New law to force tech companies to build features for police

Government releases exposure draft of bill to increase ability of police and intelligence agencies to access communications services

Companies that provide communications services to Australians could be compelled to build new capabilities to help law enforcement agencies access information about how their services are being used, under a draft bill released today by the government.

The government says the bill — Telecommunications and Other Legislation Amendment (Assistance and Access) Bill 2018 — is its attempt to tackle the increased popularity of encrypted communications services among criminals and to update interception and access laws to deal with new forms of electronic communications.

The legislation will apply to “designated communications providers”: Essentially any company that provides electronic communications services and devices in Australia, regardless of whether they or their services are based here.

The proposed legislation will establish three levels of assistance that law enforcement and intelligence agencies can seek from communications providers.

The first level is voluntary assistance in response to a “technical assistance request” issued by an agency. The second level is a “technical assistance notice”, which requires a provider to give assistance to an agency that they are already capable of providing. That could include decryption of data in circumstances where the provider has access to the key.

The third and most extreme level is a “technical capability notice”: A requirement for a company to build new capabilities to assist police. Technical capability notices must be issued by the attorney-general.

The attorney-general must be satisfied that the requirements imposed by the notice are “reasonable and proportionate” and that compliance is “practicable” and “technically feasible”.

There are also limitations on what can be requested: A technical assistance notice or technical capability notice must not have the effect “requiring a designated communications provider to implement or build a systemic weakness, or a systemic vulnerability, into a form of electronic protection”.

The bill states that that limitation includes a bar on building “a new decryption capability in relation to a form of electronic protection” or doing anything that would “render systemic methods of authentication or encryption less effective.”

Providers also cannot be prevented from fixing a systemic weakness or vulnerability.

The powers under the legislation will be available to entities listed as “interception agencies” in the Telecommunications (Interception and Access) Act: The Australian Federal Police, the Australian Commission for Law Enforcement Integrity, the Australian Criminal Intelligence Commission, as well as state and territory police agencies and anti-corruption commissions.

The three levels of notice under the bill may be issued in a wide range of circumstances: Enforcing the criminal law and laws imposing pecuniary penalties; assisting the enforcement of the criminal laws in force in a foreign country; or protecting the public revenue.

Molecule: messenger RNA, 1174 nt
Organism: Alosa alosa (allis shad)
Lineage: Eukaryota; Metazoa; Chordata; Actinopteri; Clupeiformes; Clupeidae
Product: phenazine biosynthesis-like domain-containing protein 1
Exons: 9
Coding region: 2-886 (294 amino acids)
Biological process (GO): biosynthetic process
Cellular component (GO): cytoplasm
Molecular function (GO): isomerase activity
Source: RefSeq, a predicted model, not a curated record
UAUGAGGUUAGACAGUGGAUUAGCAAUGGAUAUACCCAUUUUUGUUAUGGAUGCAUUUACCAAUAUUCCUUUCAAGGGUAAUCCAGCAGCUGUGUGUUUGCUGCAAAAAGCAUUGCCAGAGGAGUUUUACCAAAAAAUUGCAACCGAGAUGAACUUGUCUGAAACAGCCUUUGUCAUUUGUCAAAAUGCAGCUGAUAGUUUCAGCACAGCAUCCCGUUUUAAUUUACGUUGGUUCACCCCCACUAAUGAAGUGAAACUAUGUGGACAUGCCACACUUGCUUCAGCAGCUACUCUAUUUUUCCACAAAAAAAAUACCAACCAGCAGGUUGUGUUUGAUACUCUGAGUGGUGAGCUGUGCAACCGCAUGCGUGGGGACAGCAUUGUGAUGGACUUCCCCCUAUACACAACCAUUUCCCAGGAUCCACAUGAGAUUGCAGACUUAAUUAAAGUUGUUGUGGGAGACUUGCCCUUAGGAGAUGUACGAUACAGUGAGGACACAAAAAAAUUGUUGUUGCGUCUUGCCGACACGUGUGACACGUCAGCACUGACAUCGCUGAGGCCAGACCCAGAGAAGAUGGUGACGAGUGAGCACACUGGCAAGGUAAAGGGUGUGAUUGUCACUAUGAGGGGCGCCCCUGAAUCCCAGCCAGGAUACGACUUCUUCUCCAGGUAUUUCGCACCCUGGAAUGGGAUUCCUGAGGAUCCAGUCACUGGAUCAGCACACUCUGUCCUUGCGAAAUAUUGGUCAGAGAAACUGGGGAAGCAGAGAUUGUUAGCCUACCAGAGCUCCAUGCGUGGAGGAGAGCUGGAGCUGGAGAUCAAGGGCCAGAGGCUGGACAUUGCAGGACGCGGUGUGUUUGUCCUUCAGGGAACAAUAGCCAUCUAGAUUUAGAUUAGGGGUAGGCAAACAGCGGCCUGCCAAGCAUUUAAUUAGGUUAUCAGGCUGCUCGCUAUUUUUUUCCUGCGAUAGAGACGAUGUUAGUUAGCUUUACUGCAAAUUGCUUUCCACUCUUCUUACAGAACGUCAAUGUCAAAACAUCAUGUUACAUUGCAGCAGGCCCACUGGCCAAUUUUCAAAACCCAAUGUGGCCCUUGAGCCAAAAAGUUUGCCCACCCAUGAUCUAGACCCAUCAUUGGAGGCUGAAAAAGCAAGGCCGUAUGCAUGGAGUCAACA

Technical assistance notice and technical capability notices may also be issued in relation to “safeguarding national security”, while a technical assistance request may also be issued in relation to “the interests of Australia’s national security, the interests of Australia’s foreign relations or the interests of Australia’s national economic well-being.”

Section 317E of the bill creates an expansive “list of acts of things” covering the range of assistance that law enforcement agencies may be able to request from communications providers. It includes removing “electronic protection”, providing technical information, installing software, facilitating access to devices or facilities, assisting with testing or development of a technology of capability, notifying agencies of changes to a service, “modifying, or facilitating the modification of, any of the characteristics of a service provided by the designated communications provider” or “substituting, or facilitating the substitution of, a service provided by the designated communications provider”.

“We know that more than 90 per cent of data lawfully intercepted by the Australian Federal Police now uses some form of encryption. This has directly impacted around 200 serious criminal and terrorism-related investigations in the last 12 months alone,” law enforcement and cyber security minister Angus Taylor said.

“We must ensure our laws reflect the rapid take-up of secure online communications by those who seek to do us harm.

“These reforms will allow law enforcement and interception agencies to access specific communications without compromising the security of a network. The measures expressly prevent the weakening of encryption or the introduction of so-called backdoors.”

“We have had very productive meetings with industry partners based both in Australia and offshore to discuss these reforms,” the minister said. “This bill reflects those conversations.

“The public now has the opportunity to review the draft legislation and put forward submissions to government.” 

The government is accepting submissions on the exposure draft until 10 September.

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Rohan Pearce

Rohan Pearce

Computerworld
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